A Zero Emissions Dash Across Seoul


Seoul is one of the worst cities in the world to experience a vehicle”, one of the ‘high-up’ executives at Kia Motors says with a wry smile, moments before I’m about drive one of the company's new electric vehicles through South Korea’s megacity.

It’s not exactly music to my ears, but as it turns out, his comments prove overly pessimistic, at least on our sample test drive of Kia’s little boxcar called Ray.

The overriding conditions beforehand have been good. For every day bar one of our late autumn visit, the skies were blue, the air fresh and crisp, and the sun shone over Seoul’s modern metropolis, highlighting the beautiful burnt red, orange and yellow autumnal leaves of the trees dotted among its vast sky-scraping cityscape. But sitting in a basin surrounded by mountains can mean Seoul doesn’t always receive enough wind to disperse air pollution, both of its own making and blown in from mainland China. It means that, alongside heavy rainfall in the summer months, fog and smog can be problems.

The city already has a comprehensive subway with nine main lines plus others to the airport and elsewhere, but it’s also recently initiated an electric car sharing scheme for those without a car or easy parking (which is tricky in Seoul). Precisely 187 Kia Ray EVs were provided to the programme in May 2013 – like Pininfarina’s design for the Paris Autolib or Boris’ bicycles in London – and there are now 275 electric charging points (of which 15% are fast-charging).

Hire costs vary depending on the hours clocked up and the time of day, but they start from £1.60 for 30 minutes rising to £27 for 24 hours at the weekend. Around 15,000 residents have so far signed up to the scheme with roughly 650 journeys undertaken each day. Of course, that’s a drop in the ocean for a megacity of more than ten million people (or 25 million-plus if you take in the greater metropolitan region including the adjacent Incheon metropolis and Gyeonggi province), but at least it’s a reflection of a desire for change at senior city council levels.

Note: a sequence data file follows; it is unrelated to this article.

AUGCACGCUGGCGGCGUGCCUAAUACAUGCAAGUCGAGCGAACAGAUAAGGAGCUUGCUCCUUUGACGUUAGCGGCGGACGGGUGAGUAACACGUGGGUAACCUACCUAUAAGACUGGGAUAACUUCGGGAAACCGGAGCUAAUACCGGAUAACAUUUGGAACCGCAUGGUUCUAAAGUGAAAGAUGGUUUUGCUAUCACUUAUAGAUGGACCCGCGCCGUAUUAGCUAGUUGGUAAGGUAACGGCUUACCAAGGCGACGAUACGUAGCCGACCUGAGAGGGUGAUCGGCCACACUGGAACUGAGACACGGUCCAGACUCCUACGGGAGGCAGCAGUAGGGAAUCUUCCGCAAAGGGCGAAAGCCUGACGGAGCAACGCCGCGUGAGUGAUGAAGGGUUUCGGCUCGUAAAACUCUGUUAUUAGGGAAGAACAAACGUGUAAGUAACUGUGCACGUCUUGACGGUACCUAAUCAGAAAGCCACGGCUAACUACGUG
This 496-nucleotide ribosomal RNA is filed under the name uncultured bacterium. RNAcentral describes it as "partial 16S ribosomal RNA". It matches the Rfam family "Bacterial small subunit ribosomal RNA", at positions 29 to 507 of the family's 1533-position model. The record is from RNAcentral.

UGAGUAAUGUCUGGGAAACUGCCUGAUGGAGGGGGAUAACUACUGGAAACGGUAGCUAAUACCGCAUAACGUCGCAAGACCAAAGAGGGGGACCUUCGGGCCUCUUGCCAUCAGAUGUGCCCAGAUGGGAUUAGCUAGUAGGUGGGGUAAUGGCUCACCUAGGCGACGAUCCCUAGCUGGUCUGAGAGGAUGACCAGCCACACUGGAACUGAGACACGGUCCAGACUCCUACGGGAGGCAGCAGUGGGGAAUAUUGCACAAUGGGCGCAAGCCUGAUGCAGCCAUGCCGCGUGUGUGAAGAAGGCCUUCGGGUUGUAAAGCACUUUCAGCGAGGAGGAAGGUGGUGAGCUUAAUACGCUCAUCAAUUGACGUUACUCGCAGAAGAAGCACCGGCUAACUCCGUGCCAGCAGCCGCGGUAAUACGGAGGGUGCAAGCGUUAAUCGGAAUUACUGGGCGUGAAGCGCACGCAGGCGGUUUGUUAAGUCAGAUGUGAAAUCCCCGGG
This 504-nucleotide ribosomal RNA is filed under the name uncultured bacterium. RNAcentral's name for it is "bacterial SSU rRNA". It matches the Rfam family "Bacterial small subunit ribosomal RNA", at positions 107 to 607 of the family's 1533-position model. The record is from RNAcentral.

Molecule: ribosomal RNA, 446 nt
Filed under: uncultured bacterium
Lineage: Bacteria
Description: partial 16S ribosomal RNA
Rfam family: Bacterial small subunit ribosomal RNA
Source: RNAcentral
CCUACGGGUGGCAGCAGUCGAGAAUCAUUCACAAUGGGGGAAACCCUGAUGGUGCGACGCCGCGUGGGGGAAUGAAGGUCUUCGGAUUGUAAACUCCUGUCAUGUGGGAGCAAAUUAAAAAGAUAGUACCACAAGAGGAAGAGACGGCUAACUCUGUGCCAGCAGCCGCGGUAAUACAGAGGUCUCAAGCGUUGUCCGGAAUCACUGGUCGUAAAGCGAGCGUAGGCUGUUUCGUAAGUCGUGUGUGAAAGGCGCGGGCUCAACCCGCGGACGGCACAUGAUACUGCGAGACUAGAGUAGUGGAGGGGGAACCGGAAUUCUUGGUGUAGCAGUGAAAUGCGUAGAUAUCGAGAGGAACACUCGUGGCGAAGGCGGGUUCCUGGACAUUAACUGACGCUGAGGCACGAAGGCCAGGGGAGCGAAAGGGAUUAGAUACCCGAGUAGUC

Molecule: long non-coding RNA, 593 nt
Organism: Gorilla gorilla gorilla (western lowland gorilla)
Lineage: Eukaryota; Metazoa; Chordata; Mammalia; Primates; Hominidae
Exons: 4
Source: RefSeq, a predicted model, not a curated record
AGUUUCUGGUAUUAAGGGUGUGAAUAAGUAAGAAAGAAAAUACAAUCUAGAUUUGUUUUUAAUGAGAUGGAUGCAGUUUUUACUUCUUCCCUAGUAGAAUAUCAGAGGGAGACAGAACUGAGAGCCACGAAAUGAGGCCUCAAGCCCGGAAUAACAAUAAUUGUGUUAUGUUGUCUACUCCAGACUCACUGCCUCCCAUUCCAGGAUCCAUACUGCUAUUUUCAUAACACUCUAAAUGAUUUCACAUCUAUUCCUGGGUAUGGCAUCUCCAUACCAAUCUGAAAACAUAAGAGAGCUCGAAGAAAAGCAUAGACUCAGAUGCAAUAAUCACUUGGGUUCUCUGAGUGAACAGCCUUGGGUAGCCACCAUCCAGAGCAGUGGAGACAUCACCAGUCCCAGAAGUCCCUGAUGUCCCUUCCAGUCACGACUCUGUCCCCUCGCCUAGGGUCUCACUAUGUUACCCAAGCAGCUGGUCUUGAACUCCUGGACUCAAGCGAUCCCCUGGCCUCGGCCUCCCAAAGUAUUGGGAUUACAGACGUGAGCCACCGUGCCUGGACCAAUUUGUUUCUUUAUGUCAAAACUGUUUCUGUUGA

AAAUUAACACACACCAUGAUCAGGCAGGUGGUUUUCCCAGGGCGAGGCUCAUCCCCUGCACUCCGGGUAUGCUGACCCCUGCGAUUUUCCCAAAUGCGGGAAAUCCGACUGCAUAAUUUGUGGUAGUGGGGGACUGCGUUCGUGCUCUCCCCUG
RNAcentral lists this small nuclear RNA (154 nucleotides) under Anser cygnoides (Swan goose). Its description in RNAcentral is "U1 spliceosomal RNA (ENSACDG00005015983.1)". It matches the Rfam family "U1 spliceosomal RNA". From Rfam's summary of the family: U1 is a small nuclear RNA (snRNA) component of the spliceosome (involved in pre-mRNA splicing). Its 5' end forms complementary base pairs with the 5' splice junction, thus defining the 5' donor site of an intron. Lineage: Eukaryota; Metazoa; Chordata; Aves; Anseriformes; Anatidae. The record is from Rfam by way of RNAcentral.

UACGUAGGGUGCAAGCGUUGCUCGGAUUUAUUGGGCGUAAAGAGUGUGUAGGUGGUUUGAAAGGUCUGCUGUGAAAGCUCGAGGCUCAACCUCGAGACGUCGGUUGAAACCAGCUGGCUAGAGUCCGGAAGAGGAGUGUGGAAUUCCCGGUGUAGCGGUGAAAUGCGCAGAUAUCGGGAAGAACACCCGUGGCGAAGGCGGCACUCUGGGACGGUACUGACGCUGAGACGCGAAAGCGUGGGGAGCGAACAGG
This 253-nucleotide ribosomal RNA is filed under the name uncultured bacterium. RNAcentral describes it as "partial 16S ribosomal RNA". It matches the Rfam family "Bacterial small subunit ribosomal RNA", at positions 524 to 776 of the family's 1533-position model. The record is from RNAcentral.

The Ray EV itself is perfect for urban manoeuvres, with short (3593mm) and high (1700mm) compact proportions, but with a long wheelbase (2520mm). There's also a sliding door and no B-pillar on one side to allow simple access in tight parking spots. It’s very spacious inside with lots of headroom, especially in the back due to a low rear seating position, and it offers a plethora of van-style storage options, from above the windscreen in the ceiling area to various bins and pockets.

The specification is also decent, trim quality good and driving through the city couldn’t be easier thanks to an automatic gearbox, tiny turning circle, good visibility from the high driving position, and large windows, not forgetting the perky acceleration from the 68hp electric motor. Getting to 62mph from a standing start might take a lengthy 15.9 seconds, but bursts between 10-40mph feel fast. It means that the Ray can keep up with traffic and copes with the undulating multiple-lane motorways that bisect Seoul’s heart with ease. Further out of the city’s centre and up the steep inclines that lead to the stunning hill-top view at Palgakjeong, the Ray is still capable and although the regenerative brakes can be snatchy, they’re easy to get used to.

No doubt our route was chosen carefully with local knowledge to avoid rush hours and congested hotspots, but still the drive was about as pleasant as you could expect within a mega city. What's more, initiatives like Seoul’s latest EV car sharing scheme – alongside ambitious plans to make the southern peninsula island of Jeju EV-only by 2030 – suggest South Korea is taking the environmental aspects of its future urban transport needs appropriately seriously.

 

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